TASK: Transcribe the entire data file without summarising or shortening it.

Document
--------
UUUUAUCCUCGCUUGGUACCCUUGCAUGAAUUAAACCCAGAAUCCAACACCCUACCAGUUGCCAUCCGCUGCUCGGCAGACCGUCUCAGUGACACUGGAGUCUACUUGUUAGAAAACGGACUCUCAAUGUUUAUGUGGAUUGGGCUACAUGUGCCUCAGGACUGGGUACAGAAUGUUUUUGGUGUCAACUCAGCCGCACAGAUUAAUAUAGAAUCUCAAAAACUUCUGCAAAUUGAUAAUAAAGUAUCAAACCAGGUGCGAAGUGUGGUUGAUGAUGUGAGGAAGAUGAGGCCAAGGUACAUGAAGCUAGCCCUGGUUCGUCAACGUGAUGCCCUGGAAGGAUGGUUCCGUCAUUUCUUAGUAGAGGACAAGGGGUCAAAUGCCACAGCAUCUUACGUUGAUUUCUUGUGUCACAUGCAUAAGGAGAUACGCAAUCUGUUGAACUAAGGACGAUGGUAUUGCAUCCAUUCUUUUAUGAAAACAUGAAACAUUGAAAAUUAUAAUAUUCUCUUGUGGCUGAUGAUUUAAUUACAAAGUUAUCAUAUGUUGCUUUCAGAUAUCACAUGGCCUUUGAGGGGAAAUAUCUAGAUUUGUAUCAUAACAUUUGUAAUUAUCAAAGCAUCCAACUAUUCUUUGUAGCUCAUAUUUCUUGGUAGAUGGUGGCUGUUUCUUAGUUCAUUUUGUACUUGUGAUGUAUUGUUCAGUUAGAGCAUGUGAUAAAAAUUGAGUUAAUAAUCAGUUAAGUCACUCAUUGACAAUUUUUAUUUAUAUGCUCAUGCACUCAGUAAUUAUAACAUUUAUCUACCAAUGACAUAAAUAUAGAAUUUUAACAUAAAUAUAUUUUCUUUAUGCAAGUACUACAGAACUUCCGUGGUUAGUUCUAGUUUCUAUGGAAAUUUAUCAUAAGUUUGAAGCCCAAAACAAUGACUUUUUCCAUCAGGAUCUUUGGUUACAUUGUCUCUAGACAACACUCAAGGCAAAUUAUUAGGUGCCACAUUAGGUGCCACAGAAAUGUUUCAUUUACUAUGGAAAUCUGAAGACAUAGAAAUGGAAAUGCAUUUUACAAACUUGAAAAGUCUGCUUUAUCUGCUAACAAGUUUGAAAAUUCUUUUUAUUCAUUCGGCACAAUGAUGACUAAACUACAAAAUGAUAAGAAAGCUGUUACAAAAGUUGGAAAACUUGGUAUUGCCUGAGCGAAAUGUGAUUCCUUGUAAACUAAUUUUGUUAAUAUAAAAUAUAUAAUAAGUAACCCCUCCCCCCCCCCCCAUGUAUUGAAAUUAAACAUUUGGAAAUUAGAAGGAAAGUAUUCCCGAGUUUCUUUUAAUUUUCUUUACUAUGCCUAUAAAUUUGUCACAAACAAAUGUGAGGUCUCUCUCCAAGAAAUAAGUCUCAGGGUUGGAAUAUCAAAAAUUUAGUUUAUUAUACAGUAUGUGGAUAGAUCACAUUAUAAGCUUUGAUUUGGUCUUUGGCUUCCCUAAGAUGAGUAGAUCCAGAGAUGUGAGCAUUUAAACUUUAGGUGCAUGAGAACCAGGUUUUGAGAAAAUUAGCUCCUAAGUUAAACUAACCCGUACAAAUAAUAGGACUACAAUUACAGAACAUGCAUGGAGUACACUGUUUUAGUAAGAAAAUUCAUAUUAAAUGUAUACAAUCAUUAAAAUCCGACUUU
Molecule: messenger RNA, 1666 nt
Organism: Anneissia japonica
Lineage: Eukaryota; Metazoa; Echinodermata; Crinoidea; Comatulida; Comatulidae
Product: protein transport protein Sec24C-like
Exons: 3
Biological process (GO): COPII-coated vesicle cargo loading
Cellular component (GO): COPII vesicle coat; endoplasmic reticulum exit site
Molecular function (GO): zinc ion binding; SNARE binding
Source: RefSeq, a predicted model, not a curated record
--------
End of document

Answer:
UUUUAUCCUCGCUUGGUACCCUUGCAUGAAUUAAACCCAGAAUCCAACACCCUACCAGUUGCCAUCCGCUGCUCGGCAGACCGUCUCAGUGACACUGGAGUCUACUUGUUAGAAAACGGACUCUCAAUGUUUAUGUGGAUUGGGCUACAUGUGCCUCAGGACUGGGUACAGAAUGUUUUUGGUGUCAACUCAGCCGCACAGAUUAAUAUAGAAUCUCAAAAACUUCUGCAAAUUGAUAAUAAAGUAUCAAACCAGGUGCGAAGUGUGGUUGAUGAUGUGAGGAAGAUGAGGCCAAGGUACAUGAAGCUAGCCCUGGUUCGUCAACGUGAUGCCCUGGAAGGAUGGUUCCGUCAUUUCUUAGUAGAGGACAAGGGGUCAAAUGCCACAGCAUCUUACGUUGAUUUCUUGUGUCACAUGCAUAAGGAGAUACGCAAUCUGUUGAACUAAGGACGAUGGUAUUGCAUCCAUUCUUUUAUGAAAACAUGAAACAUUGAAAAUUAUAAUAUUCUCUUGUGGCUGAUGAUUUAAUUACAAAGUUAUCAUAUGUUGCUUUCAGAUAUCACAUGGCCUUUGAGGGGAAAUAUCUAGAUUUGUAUCAUAACAUUUGUAAUUAUCAAAGCAUCCAACUAUUCUUUGUAGCUCAUAUUUCUUGGUAGAUGGUGGCUGUUUCUUAGUUCAUUUUGUACUUGUGAUGUAUUGUUCAGUUAGAGCAUGUGAUAAAAAUUGAGUUAAUAAUCAGUUAAGUCACUCAUUGACAAUUUUUAUUUAUAUGCUCAUGCACUCAGUAAUUAUAACAUUUAUCUACCAAUGACAUAAAUAUAGAAUUUUAACAUAAAUAUAUUUUCUUUAUGCAAGUACUACAGAACUUCCGUGGUUAGUUCUAGUUUCUAUGGAAAUUUAUCAUAAGUUUGAAGCCCAAAACAAUGACUUUUUCCAUCAGGAUCUUUGGUUACAUUGUCUCUAGACAACACUCAAGGCAAAUUAUUAGGUGCCACAUUAGGUGCCACAGAAAUGUUUCAUUUACUAUGGAAAUCUGAAGACAUAGAAAUGGAAAUGCAUUUUACAAACUUGAAAAGUCUGCUUUAUCUGCUAACAAGUUUGAAAAUUCUUUUUAUUCAUUCGGCACAAUGAUGACUAAACUACAAAAUGAUAAGAAAGCUGUUACAAAAGUUGGAAAACUUGGUAUUGCCUGAGCGAAAUGUGAUUCCUUGUAAACUAAUUUUGUUAAUAUAAAAUAUAUAAUAAGUAACCCCUCCCCCCCCCCCCAUGUAUUGAAAUUAAACAUUUGGAAAUUAGAAGGAAAGUAUUCCCGAGUUUCUUUUAAUUUUCUUUACUAUGCCUAUAAAUUUGUCACAAACAAAUGUGAGGUCUCUCUCCAAGAAAUAAGUCUCAGGGUUGGAAUAUCAAAAAUUUAGUUUAUUAUACAGUAUGUGGAUAGAUCACAUUAUAAGCUUUGAUUUGGUCUUUGGCUUCCCUAAGAUGAGUAGAUCCAGAGAUGUGAGCAUUUAAACUUUAGGUGCAUGAGAACCAGGUUUUGAGAAAAUUAGCUCCUAAGUUAAACUAACCCGUACAAAUAAUAGGACUACAAUUACAGAACAUGCAUGGAGUACACUGUUUUAGUAAGAAAAUUCAUAUUAAAUGUAUACAAUCAUUAAAAUCCGACUUU
Molecule: messenger RNA, 1666 nt
Organism: Anneissia japonica
Lineage: Eukaryota; Metazoa; Echinodermata; Crinoidea; Comatulida; Comatulidae
Product: protein transport protein Sec24C-like
Exons: 3
Biological process (GO): COPII-coated vesicle cargo loading
Cellular component (GO): COPII vesicle coat; endoplasmic reticulum exit site
Molecular function (GO): zinc ion binding; SNARE binding
Source: RefSeq, a predicted model, not a curated record